When it’s severe, an RSV infection is labor-intensive to treat — so when labor is in short supply, a crush of bad RSV cases can cause enormous stress on a health care system. This season’s struggle has made crystal clear how far the US is from solving its health care workforce problems. Solutions exist, but it’s not clear they’ll be put in place in time to meet this winter’s crushing wave.

Severe RSV requires specialized care that’s hard to provide in a crowded emergency room

When severe, RSV is much more than just a cold — it’s a life-threatening medical condition that requires a lot of attention and specialized care.

RSV attacks the linings of the airways, which thicken as they become increasingly irritated and produce lots of mucous. Both the airway thickening and the mucous production result in narrower airways, which can make it hard for people to breathe — especially if those airways were tiny to begin with (as they are in babies) or less flexible (as they are in older adults). Imagine you normally breathed through a straw: If you had RSV, that straw would now be made of thick cardboard, and lined with peanut butter.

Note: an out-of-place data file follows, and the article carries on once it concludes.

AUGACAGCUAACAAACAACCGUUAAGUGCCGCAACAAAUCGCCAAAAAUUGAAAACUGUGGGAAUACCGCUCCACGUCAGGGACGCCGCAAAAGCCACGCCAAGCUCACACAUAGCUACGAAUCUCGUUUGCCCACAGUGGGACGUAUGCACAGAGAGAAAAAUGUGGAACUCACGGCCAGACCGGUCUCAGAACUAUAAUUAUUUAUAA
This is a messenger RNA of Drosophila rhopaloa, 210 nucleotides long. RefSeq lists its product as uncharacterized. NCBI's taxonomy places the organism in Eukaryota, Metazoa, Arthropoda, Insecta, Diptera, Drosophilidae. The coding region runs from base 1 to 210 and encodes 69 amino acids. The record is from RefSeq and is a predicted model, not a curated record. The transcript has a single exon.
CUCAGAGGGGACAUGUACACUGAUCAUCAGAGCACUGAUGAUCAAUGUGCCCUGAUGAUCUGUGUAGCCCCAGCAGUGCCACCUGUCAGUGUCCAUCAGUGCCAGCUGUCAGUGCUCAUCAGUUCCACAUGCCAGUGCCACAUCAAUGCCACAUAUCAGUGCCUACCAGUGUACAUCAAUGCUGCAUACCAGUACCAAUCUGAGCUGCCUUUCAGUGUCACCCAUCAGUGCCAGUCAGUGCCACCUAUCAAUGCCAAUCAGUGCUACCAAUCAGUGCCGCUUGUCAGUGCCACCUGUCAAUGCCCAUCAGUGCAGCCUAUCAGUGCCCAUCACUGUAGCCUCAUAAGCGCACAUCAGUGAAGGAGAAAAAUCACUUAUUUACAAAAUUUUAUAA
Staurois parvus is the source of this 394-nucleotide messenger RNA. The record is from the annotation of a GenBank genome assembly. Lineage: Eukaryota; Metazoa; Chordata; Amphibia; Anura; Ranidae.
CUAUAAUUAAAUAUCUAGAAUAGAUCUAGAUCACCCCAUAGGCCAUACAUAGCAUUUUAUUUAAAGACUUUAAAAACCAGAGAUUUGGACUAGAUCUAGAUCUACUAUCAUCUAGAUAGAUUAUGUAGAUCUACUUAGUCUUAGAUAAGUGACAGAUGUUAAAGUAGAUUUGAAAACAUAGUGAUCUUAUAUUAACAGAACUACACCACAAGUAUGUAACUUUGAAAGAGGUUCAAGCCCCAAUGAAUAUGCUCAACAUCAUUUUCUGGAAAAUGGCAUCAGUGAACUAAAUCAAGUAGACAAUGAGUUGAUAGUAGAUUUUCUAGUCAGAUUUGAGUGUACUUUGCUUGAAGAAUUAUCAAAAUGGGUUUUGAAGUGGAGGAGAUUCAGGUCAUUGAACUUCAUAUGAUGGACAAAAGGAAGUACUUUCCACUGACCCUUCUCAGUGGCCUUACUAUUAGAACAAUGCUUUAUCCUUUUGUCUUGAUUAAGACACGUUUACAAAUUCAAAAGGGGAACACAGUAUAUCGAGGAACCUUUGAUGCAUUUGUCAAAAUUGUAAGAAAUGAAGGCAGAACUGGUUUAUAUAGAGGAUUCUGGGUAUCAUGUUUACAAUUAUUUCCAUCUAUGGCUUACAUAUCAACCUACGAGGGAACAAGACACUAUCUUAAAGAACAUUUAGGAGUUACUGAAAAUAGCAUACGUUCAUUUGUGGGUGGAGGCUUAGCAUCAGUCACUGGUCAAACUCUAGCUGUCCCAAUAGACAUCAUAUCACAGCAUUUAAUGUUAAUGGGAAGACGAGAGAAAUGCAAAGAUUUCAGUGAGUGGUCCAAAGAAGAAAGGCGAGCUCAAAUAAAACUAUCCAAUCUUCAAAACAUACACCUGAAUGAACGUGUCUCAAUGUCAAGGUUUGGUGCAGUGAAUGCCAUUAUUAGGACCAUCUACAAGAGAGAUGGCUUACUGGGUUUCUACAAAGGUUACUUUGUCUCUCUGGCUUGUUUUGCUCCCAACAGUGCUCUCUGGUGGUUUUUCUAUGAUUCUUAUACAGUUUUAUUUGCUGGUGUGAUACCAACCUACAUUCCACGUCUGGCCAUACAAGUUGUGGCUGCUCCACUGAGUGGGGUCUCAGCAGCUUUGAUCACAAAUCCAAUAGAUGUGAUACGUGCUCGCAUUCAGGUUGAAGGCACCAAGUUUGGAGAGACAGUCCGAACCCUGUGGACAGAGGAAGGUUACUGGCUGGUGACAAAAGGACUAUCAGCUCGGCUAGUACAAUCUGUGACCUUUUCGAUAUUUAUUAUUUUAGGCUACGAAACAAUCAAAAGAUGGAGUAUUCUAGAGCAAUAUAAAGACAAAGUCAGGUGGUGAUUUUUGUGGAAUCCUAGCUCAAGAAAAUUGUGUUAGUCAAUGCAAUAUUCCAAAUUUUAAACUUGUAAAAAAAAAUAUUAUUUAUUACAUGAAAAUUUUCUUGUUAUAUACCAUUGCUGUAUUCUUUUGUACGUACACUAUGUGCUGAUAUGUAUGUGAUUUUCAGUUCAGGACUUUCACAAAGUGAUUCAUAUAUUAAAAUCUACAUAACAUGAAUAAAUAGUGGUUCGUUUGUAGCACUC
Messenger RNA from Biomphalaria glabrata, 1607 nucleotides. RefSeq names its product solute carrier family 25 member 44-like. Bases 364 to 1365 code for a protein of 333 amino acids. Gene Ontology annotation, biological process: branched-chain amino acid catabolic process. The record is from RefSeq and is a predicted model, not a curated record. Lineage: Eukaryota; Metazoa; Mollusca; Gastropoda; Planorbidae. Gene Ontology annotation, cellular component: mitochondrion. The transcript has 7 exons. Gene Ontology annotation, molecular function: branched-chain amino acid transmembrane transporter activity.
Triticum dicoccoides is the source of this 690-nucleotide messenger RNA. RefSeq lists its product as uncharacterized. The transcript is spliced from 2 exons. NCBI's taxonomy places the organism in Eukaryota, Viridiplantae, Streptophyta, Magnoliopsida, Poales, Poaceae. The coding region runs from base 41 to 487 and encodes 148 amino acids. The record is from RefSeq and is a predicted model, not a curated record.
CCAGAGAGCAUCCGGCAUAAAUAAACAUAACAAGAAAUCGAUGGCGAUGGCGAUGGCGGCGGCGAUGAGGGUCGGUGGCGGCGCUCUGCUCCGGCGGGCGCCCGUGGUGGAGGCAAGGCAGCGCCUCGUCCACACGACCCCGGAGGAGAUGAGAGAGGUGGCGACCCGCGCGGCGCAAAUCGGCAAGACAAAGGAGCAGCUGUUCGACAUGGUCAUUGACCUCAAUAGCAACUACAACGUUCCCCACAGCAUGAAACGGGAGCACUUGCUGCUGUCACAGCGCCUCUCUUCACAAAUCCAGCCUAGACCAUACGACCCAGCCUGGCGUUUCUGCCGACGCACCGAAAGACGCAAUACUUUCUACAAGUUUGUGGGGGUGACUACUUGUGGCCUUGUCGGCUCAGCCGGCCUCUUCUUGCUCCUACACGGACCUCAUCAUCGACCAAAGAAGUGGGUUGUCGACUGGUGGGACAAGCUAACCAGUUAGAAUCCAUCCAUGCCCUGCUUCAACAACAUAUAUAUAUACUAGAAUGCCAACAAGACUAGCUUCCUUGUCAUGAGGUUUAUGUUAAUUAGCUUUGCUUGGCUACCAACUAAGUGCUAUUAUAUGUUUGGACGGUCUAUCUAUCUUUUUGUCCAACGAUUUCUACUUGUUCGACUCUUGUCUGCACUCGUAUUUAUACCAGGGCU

There are several strategies to help sick patients get enough air through those gnarly airways while the immune system fights the infection. Many of them require special training for nurses or respiratory therapists to feel comfortable using them with patients. For example, the antiviral medication ribavirin has to be administered through a patient’s air supply, and the vapors it produces can be hazardous to people in the room where it’s given.

There are times a provider has to suck extra mucous out of a patient’s upper airway using specialized tools, or place a tube through their nose to feed them when they are too sick to eat.

Some of this training is textbook, but other parts of it are acquired through experience: Identifying the tipping point when a congested person goes from breathing a little heavy to needing machine support — like CPAP or a ventilator — requires a kind of sixth sense.

Good RSV-trained providers are invaluable — and not exactly interchangeable, said Friese. “It’s not as easy to move providers from one area of the system to surge in that space,” he said.